‘Concrete Rod’ set on keeping AFC Wimbledon in League One


Rod McDonald has won two promotions from League Two but reckons if AFC Wimbledon beat the drop this season it will be his best achievement in football.

The centre-back, who turned 27 yesterday, was given the nickname “Concrete Rod” by Northampton Town fans when Chris Wilder’s side won the title in 2016.

And it was also used by Coventry City supporters when the Sky Blues came up via the play-offs in 2018.

But it was quicksand – of the relegation variety – which seemed to be pulling Wimbledon out of League One. Yet now they are only in the bottom four on goal difference. Twenty points have been banked for their last 10 matches – automatic promotion form – and they get another crack at climbing out of the drop-zone at Oxford tomorrow.

So how has McDonald found a battle against the drop?

“I’ve found it pretty exciting because I think if we do stay up it will be my biggest achievement – from where we have been. It will be against all odds if we do stay up.

“It will be my biggest achievement in that sense, we were 10 points adrift at one stage. It will be amazing if we do it and that’s why I’m relishing every game. I’m one of those people who always looks on the positive side. There’s always pressure on you. If you don’t enjoy your football then you’re not going to play your best football.

“Wally [Downes] has got us all having a good feeling in and around the place. If you look at the last two months we’ve been doing well – if we stick to that I’m sure we’ll be fine.

“It’s the last five games now and you never know what is going to happen – there are eight teams fighting for it.

“If we win our next four we could finish top 12 – it’s crazy.”

McDonald’s own career has not been without its adversity. He was a junior on the books at Manchester City and Stoke City – cleaning the boots of Amdy Faye as a scholar at the latter. But when a move to Oldham didn’t work out, he dropped into the National League North with Colwyn Bay and then had three seasons with Hereford United and Telford United in the National League.

“When I left Oldham I had a couple of League Two clubs saying to come in and be one of the young lads – but I was basically going to miss another year of football,” said McDonald.

“I was 18 or 19 at the time and I decided to go and play non-league, get as many games as I could and build myself back up.

“I remember talking to my mum and dad, saying if I didn’t do it then I’d probably drop out at 22 and how many games would I have played? Unless I got lucky, not enough.

“It taught me a few things. You’ve got a lot of old men who know all the tricks – elbows and stuff – so you learn as you go.  But one of my first games was against Halifax and they had Jamie Vardy and Lee Gregory starting up front, so you do stumble on some good players.

“When you’re a young lad and up against those experienced guys you have got to use your brain more. You can’t rely on your pace and strength, which I did at youth and U23 level.”

Mansfield and Lincoln City both had bids rejected by Coventry in the summer before McDonald moved to Wimbledon for an undisclosed fee.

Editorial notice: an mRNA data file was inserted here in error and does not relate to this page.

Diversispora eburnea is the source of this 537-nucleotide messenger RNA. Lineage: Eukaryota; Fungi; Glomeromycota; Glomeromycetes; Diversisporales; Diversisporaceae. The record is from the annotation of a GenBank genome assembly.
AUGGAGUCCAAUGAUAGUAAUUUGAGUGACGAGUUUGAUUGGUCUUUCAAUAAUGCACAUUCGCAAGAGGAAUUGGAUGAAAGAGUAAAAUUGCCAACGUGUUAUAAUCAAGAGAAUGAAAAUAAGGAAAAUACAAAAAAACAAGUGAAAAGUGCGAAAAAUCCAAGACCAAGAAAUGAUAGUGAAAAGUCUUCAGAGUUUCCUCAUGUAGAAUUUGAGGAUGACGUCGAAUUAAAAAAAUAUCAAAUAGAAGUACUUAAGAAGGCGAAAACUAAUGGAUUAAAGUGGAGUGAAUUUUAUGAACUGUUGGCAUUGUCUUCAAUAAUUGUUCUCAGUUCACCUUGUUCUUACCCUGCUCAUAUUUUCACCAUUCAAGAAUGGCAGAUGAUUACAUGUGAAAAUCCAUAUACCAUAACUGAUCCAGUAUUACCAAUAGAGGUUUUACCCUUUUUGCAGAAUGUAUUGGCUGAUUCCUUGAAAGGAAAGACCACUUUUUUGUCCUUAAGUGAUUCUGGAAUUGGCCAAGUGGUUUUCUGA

“I don’t think I was going to be number one choice at Coventry, like I was before, so I had to force my hand a bit to come to Wimbledon,” he said. “Coventry really didn’t want to let me go at the time.

“In the end they said: ‘If you really want to go, you can go’. I just wanted to play, not be a sub every week or only get 15 or 20 matches.

“You want to play as high as you can and I wanted to show I can play at this level. I’d heard good things about [Neil] Ardley and [Simon] Cox at the time and I was interested in working with them.

“They made me feel so welcome. I really enjoyed playing for them.”

When it comes to the top boss he has worked for, McDonald picks Wilder.

“Chris was probably the best – and he has proved that. Look what he is doing at Sheffield United, they could be in the Premier League next year. I hope he does it because he is a top boy as well. That [Northampton] team should have stayed together really but Chris left and a new manager [Justin Edinburgh] came in and had his own ideas, which at the time a lot of lads weren’t happy about. That’s how football is, isn’t it?

“But if you look at the team we had there, we had two of the top strikers now in League One – James Collins and Jon Marquis – alongside Marc Richards. It shows the calibre of players we had at the time.”

So why the nickname “Concrete Rod”?

“You’d have to ask the Northampton fans – they called me it,” said McDonald. “Nothing gets through concrete, does it?”

‘They shall not pass’ could be a mantra for the Dons, who have tightened up defensively under Downes.

“We’re on the up and other teams are on the down when you look at their form compared to us,” said McDonald.

“Hopefully we get over the line as early as possible.”


Please support your local paper by making a donation



Please make cheques payable to “MSI Media Limited” and send by post to South London Press, Unit 112, 160 Bromley Road, Catford, London SE6 2NZ

Housing Secretary Robert Jenrick has encouraged everyone in the country who can afford to do so to buy a newspaper, and told the Downing Street press briefing recently: “A free country needs a free press, and the newspapers of our country are under significant financial pressure”.

So if you have enjoyed reading this story, and if you can afford to do so, we would be so grateful if you can buy our newspaper or make a donation, which will allow us to continue to bring stories like this one to you both in print and online.

Everyone at the South London Press thanks you for your continued support.

Leave a Reply

Your email address will not be published. Required fields are marked *